What are we looking for?
Forestry and paper products companies include a fairly large group of stocks operating in different subsectors of the industry. These range from pulp and paper companies to producers of panels, such as strand board and plywood. With the recent rebound in commodity stocks, albeit from very low levels, we at Lorne Steinberg Wealth Management wanted to have a closer look to see which companies in the sector are trading at attractive valuations.
Using S&P Capital IQ, we reduced the number of companies in the sector by only looking at those with a market capitalization of $500-million (U.S.) and higher. We then limited our search to companies in the developed markets of North America and Europe.
As a measure of valuation, we screened for companies with an enterprise value/earnings before interest, depreciation, and amortization (EV/EBITDA) of less than nine times. (An EV multiple is a ratio that can be used to determine the value of a company. The multiple looks at a firm as a potential acquirer would, because it takes debt into account. A low ratio indicates that a company might be undervalued.)
We also wanted to limit our list to companies that generated positive free cash flow in the most recent reporting period. Finally, we wanted to see how the stocks in our list have performed over the past year.
What we found
Our table contains a fairly even mix of U.S., Canadian and European companies. Not surprisingly, most of the stocks on our list performed very poorly over the past year, which is to be expected in light of what transpired with commodity stocks in general. At the top of our list is Mondi PLC, which has seen some volatility in its share price, but ultimately has seen little change in its one-year performance. Mondi was spun off from commodities giant Anglo American PLC about 10 years ago.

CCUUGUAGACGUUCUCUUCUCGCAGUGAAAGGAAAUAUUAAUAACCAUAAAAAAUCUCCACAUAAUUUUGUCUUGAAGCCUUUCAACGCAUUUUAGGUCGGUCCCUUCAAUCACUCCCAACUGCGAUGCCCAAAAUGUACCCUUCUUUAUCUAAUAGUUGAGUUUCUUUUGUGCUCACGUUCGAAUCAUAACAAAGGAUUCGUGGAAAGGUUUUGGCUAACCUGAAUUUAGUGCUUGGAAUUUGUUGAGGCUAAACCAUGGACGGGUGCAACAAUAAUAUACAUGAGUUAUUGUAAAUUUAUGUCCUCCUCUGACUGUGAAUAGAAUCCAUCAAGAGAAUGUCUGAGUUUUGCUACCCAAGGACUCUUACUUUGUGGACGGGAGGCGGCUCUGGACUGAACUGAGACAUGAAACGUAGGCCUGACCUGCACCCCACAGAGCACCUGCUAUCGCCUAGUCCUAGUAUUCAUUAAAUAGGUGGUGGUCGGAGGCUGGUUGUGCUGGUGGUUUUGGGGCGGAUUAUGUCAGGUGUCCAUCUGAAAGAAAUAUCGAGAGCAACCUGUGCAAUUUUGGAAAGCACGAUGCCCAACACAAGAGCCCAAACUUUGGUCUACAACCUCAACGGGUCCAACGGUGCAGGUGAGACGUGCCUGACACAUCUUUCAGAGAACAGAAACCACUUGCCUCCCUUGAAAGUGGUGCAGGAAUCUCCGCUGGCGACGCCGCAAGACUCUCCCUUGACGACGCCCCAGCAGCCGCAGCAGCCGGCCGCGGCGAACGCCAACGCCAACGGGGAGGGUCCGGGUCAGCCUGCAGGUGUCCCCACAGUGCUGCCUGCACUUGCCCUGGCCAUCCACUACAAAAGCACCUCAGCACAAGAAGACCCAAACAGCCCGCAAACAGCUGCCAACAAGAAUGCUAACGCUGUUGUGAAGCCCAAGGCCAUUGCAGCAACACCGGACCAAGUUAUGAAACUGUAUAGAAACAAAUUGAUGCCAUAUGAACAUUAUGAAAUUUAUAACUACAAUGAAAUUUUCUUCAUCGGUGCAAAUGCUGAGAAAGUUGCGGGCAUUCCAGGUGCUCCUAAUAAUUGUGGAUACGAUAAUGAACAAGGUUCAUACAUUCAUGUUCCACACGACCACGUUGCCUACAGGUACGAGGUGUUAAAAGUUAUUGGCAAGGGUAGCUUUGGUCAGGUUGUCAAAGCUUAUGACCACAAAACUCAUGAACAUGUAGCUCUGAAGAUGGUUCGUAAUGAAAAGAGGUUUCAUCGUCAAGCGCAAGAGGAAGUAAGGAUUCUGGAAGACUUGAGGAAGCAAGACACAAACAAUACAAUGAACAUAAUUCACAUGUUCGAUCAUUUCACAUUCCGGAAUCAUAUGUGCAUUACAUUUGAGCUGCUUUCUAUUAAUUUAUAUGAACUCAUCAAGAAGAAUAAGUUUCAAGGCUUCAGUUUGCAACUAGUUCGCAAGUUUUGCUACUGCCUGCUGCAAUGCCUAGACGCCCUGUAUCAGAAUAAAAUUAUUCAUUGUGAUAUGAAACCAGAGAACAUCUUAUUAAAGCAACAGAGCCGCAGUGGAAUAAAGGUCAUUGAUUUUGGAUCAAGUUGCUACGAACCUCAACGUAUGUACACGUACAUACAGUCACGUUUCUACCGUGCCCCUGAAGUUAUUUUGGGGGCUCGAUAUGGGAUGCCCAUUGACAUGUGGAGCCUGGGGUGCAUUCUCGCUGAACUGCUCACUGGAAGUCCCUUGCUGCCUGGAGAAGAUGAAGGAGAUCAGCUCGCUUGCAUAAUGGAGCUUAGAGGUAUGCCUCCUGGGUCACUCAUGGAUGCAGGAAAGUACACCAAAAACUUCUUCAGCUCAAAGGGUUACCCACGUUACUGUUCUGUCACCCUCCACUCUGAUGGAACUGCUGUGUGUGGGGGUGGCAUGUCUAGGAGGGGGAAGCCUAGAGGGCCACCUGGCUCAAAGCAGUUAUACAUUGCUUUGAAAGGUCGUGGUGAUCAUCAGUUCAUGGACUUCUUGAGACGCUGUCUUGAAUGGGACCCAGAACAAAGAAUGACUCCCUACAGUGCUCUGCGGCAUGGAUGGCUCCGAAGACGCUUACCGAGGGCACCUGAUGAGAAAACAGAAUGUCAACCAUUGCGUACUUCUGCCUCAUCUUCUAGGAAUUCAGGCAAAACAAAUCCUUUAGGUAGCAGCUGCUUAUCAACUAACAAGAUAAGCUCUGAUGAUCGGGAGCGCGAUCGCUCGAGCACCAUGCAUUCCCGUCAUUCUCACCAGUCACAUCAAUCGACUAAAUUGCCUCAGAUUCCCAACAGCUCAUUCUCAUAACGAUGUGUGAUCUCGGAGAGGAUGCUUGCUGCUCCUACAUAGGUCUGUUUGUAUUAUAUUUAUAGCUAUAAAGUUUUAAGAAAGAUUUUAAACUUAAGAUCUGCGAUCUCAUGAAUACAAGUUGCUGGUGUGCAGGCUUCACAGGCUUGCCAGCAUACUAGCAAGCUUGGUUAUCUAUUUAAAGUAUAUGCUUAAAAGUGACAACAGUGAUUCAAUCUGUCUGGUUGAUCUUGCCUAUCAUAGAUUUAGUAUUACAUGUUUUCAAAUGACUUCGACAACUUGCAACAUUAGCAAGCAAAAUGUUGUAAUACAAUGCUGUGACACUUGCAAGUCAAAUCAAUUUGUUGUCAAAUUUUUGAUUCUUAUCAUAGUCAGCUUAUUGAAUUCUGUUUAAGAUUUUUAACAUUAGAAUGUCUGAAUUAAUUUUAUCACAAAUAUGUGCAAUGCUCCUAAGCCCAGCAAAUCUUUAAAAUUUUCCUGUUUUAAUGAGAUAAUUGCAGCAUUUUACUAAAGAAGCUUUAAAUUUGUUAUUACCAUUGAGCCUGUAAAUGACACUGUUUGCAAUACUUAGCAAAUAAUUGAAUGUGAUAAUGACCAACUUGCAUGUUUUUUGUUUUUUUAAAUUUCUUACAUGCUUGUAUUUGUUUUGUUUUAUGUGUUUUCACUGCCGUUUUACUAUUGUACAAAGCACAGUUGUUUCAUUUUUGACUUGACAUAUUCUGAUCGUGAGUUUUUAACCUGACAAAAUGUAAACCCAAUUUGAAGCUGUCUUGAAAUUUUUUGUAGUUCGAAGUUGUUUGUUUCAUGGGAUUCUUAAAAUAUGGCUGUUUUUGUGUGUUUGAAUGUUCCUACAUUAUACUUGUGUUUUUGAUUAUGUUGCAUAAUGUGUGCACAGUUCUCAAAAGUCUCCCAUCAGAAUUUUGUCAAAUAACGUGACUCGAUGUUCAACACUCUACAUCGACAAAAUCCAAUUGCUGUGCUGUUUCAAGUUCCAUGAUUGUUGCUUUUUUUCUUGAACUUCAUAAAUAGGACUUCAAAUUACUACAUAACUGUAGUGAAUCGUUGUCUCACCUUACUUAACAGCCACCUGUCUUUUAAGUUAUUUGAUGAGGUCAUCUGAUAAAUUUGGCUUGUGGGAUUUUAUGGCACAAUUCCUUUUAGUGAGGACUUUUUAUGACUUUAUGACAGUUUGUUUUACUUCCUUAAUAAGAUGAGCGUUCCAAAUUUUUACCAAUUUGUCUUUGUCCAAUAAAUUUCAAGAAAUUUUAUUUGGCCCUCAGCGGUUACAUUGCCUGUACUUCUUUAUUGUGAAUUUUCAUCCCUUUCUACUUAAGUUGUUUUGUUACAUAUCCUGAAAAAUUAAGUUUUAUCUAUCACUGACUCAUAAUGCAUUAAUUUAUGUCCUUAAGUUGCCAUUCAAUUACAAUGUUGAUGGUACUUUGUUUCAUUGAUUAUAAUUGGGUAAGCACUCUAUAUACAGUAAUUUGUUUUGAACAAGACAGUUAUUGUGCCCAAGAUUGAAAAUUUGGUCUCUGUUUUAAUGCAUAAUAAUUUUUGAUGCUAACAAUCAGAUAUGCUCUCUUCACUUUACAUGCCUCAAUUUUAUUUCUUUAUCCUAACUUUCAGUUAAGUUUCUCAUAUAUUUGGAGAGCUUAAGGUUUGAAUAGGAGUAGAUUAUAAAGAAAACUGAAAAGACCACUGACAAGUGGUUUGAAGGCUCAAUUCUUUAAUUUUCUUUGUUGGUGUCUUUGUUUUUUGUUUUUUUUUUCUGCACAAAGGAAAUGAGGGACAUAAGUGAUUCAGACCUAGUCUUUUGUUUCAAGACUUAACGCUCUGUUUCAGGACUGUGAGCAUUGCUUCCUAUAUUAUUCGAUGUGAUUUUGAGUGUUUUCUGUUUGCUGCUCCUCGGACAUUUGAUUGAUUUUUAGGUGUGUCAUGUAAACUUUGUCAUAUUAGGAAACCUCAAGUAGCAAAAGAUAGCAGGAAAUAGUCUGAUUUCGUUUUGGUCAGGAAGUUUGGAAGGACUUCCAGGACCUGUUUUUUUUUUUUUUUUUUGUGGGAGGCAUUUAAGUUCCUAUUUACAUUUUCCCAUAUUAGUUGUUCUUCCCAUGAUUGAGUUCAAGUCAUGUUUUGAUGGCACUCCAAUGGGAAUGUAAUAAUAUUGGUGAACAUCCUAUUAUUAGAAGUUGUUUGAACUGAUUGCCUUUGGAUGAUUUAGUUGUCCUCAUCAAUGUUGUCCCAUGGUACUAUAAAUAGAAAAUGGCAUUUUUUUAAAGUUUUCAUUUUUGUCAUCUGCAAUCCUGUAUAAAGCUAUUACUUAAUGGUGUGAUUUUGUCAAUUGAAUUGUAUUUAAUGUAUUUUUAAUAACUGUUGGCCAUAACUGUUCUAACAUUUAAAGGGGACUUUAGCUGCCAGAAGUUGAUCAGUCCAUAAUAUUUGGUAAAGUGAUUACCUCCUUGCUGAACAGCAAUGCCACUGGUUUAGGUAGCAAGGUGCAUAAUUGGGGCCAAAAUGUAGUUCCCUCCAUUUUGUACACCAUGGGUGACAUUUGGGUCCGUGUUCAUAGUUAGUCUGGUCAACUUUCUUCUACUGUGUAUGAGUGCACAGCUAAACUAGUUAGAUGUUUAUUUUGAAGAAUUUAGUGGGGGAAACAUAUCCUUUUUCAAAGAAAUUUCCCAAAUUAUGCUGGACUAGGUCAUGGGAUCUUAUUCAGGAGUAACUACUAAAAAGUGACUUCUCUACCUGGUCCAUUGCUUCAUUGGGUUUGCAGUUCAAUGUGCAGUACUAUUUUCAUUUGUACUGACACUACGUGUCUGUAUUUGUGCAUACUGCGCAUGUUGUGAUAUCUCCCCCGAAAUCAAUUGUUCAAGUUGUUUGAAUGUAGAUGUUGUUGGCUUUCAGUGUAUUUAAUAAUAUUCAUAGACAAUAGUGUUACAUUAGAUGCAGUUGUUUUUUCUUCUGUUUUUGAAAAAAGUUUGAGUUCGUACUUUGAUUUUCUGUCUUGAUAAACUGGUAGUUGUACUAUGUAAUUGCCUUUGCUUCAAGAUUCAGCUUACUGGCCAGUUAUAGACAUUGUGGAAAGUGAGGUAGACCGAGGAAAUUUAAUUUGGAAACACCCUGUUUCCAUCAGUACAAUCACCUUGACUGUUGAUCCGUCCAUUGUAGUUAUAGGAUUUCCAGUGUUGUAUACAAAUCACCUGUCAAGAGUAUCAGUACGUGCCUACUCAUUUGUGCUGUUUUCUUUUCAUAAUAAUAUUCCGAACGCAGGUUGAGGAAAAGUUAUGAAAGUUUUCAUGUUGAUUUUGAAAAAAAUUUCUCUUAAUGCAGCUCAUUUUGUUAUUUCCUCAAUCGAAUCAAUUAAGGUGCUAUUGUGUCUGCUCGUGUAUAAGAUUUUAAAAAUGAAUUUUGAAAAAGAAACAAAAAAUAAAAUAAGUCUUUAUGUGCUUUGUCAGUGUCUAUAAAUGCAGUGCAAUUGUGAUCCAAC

While the company's origins are in South Africa, its head office in now in Britain, and most of the trading in its stock is now done on the London Stock Exchange. Mondi derives about 70 per cent of its revenue from packaging materials.
Further down our list, and the outlier in terms of its performance over the past year (with a gain of 11.3 per cent), is Western Forest Products Inc. The company, which is based in Vancouver, is involved in the harvesting of timber, reforestation and the sale of lumber and wood chips. The stock's performance is partly due to the fact that, in recent quarters, the company has been able to increase its operating margins, and this has been reflected in its financial results. Western Forest Products derives about half its revenue in Canada.
As always, investors are advised to do their own research before purchasing any of the stocks listed here.
Samuel Oubadia is a portfolio manager at Lorne Steinberg Wealth Management in Montreal.